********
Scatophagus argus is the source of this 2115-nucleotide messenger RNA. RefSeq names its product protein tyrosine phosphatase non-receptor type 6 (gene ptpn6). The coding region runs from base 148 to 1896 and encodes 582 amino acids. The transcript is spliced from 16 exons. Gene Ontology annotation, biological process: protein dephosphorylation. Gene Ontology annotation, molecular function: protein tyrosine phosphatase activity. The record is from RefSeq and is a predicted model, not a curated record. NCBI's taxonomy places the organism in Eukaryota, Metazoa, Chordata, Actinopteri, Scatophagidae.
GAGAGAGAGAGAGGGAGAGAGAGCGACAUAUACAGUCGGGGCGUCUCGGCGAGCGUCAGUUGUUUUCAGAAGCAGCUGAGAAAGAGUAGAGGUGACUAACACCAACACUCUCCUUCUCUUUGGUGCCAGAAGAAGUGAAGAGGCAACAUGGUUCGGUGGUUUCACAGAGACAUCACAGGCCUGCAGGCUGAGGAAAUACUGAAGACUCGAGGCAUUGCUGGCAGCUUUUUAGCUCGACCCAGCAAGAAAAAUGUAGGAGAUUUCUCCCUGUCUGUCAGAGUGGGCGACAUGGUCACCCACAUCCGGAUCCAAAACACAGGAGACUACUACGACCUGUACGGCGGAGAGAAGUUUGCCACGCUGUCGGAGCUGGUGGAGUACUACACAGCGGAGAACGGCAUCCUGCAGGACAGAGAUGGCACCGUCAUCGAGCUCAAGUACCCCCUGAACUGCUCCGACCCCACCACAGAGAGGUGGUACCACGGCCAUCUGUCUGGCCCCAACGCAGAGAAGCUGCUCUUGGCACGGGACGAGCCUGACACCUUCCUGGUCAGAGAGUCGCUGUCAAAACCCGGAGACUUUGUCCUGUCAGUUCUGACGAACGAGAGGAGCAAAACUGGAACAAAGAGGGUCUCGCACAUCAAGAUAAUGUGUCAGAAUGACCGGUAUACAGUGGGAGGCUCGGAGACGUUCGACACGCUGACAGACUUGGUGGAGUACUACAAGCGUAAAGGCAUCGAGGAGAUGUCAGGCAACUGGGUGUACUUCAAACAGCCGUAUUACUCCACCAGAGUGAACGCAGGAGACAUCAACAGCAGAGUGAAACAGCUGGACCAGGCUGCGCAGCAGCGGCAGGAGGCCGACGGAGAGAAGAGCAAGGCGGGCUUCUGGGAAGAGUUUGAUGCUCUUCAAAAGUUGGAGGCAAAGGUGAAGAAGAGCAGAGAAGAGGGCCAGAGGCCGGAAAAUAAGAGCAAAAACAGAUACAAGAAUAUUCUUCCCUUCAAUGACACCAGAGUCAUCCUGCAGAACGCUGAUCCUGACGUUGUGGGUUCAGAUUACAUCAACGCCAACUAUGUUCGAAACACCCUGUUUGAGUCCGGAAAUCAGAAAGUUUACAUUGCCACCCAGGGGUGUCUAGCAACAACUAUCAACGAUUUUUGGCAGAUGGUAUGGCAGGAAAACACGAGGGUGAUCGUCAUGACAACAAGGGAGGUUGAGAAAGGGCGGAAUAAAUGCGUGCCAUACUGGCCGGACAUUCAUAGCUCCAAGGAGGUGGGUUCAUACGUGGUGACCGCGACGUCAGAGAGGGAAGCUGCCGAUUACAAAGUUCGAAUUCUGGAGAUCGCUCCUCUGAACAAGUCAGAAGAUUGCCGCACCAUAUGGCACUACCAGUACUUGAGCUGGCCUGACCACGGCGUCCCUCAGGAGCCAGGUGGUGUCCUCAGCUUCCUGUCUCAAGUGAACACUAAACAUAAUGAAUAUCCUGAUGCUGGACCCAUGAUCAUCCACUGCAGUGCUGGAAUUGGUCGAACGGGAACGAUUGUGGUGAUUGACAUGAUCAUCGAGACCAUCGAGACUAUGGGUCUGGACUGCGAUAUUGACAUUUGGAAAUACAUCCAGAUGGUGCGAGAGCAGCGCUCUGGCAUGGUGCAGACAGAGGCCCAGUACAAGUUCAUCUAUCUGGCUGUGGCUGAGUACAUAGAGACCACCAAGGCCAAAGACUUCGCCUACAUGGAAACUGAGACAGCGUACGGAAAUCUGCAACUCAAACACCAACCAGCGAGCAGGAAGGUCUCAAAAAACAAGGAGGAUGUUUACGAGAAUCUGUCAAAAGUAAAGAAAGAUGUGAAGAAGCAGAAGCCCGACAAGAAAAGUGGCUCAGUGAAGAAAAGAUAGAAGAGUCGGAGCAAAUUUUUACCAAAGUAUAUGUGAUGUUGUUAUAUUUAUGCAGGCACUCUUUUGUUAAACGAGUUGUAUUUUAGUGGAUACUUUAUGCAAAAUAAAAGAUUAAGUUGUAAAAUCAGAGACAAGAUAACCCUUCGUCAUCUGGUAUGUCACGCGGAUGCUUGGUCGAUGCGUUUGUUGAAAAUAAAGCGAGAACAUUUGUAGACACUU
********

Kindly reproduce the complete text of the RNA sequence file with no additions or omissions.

Scatophagus argus is the source of this 2115-nucleotide messenger RNA. RefSeq names its product protein tyrosine phosphatase non-receptor type 6 (gene ptpn6). The coding region runs from base 148 to 1896 and encodes 582 amino acids. The transcript is spliced from 16 exons. Gene Ontology annotation, biological process: protein dephosphorylation. Gene Ontology annotation, molecular function: protein tyrosine phosphatase activity. The record is from RefSeq and is a predicted model, not a curated record. NCBI's taxonomy places the organism in Eukaryota, Metazoa, Chordata, Actinopteri, Scatophagidae.
GAGAGAGAGAGAGGGAGAGAGAGCGACAUAUACAGUCGGGGCGUCUCGGCGAGCGUCAGUUGUUUUCAGAAGCAGCUGAGAAAGAGUAGAGGUGACUAACACCAACACUCUCCUUCUCUUUGGUGCCAGAAGAAGUGAAGAGGCAACAUGGUUCGGUGGUUUCACAGAGACAUCACAGGCCUGCAGGCUGAGGAAAUACUGAAGACUCGAGGCAUUGCUGGCAGCUUUUUAGCUCGACCCAGCAAGAAAAAUGUAGGAGAUUUCUCCCUGUCUGUCAGAGUGGGCGACAUGGUCACCCACAUCCGGAUCCAAAACACAGGAGACUACUACGACCUGUACGGCGGAGAGAAGUUUGCCACGCUGUCGGAGCUGGUGGAGUACUACACAGCGGAGAACGGCAUCCUGCAGGACAGAGAUGGCACCGUCAUCGAGCUCAAGUACCCCCUGAACUGCUCCGACCCCACCACAGAGAGGUGGUACCACGGCCAUCUGUCUGGCCCCAACGCAGAGAAGCUGCUCUUGGCACGGGACGAGCCUGACACCUUCCUGGUCAGAGAGUCGCUGUCAAAACCCGGAGACUUUGUCCUGUCAGUUCUGACGAACGAGAGGAGCAAAACUGGAACAAAGAGGGUCUCGCACAUCAAGAUAAUGUGUCAGAAUGACCGGUAUACAGUGGGAGGCUCGGAGACGUUCGACACGCUGACAGACUUGGUGGAGUACUACAAGCGUAAAGGCAUCGAGGAGAUGUCAGGCAACUGGGUGUACUUCAAACAGCCGUAUUACUCCACCAGAGUGAACGCAGGAGACAUCAACAGCAGAGUGAAACAGCUGGACCAGGCUGCGCAGCAGCGGCAGGAGGCCGACGGAGAGAAGAGCAAGGCGGGCUUCUGGGAAGAGUUUGAUGCUCUUCAAAAGUUGGAGGCAAAGGUGAAGAAGAGCAGAGAAGAGGGCCAGAGGCCGGAAAAUAAGAGCAAAAACAGAUACAAGAAUAUUCUUCCCUUCAAUGACACCAGAGUCAUCCUGCAGAACGCUGAUCCUGACGUUGUGGGUUCAGAUUACAUCAACGCCAACUAUGUUCGAAACACCCUGUUUGAGUCCGGAAAUCAGAAAGUUUACAUUGCCACCCAGGGGUGUCUAGCAACAACUAUCAACGAUUUUUGGCAGAUGGUAUGGCAGGAAAACACGAGGGUGAUCGUCAUGACAACAAGGGAGGUUGAGAAAGGGCGGAAUAAAUGCGUGCCAUACUGGCCGGACAUUCAUAGCUCCAAGGAGGUGGGUUCAUACGUGGUGACCGCGACGUCAGAGAGGGAAGCUGCCGAUUACAAAGUUCGAAUUCUGGAGAUCGCUCCUCUGAACAAGUCAGAAGAUUGCCGCACCAUAUGGCACUACCAGUACUUGAGCUGGCCUGACCACGGCGUCCCUCAGGAGCCAGGUGGUGUCCUCAGCUUCCUGUCUCAAGUGAACACUAAACAUAAUGAAUAUCCUGAUGCUGGACCCAUGAUCAUCCACUGCAGUGCUGGAAUUGGUCGAACGGGAACGAUUGUGGUGAUUGACAUGAUCAUCGAGACCAUCGAGACUAUGGGUCUGGACUGCGAUAUUGACAUUUGGAAAUACAUCCAGAUGGUGCGAGAGCAGCGCUCUGGCAUGGUGCAGACAGAGGCCCAGUACAAGUUCAUCUAUCUGGCUGUGGCUGAGUACAUAGAGACCACCAAGGCCAAAGACUUCGCCUACAUGGAAACUGAGACAGCGUACGGAAAUCUGCAACUCAAACACCAACCAGCGAGCAGGAAGGUCUCAAAAAACAAGGAGGAUGUUUACGAGAAUCUGUCAAAAGUAAAGAAAGAUGUGAAGAAGCAGAAGCCCGACAAGAAAAGUGGCUCAGUGAAGAAAAGAUAGAAGAGUCGGAGCAAAUUUUUACCAAAGUAUAUGUGAUGUUGUUAUAUUUAUGCAGGCACUCUUUUGUUAAACGAGUUGUAUUUUAGUGGAUACUUUAUGCAAAAUAAAAGAUUAAGUUGUAAAAUCAGAGACAAGAUAACCCUUCGUCAUCUGGUAUGUCACGCGGAUGCUUGGUCGAUGCGUUUGUUGAAAAUAAAGCGAGAACAUUUGUAGACACUU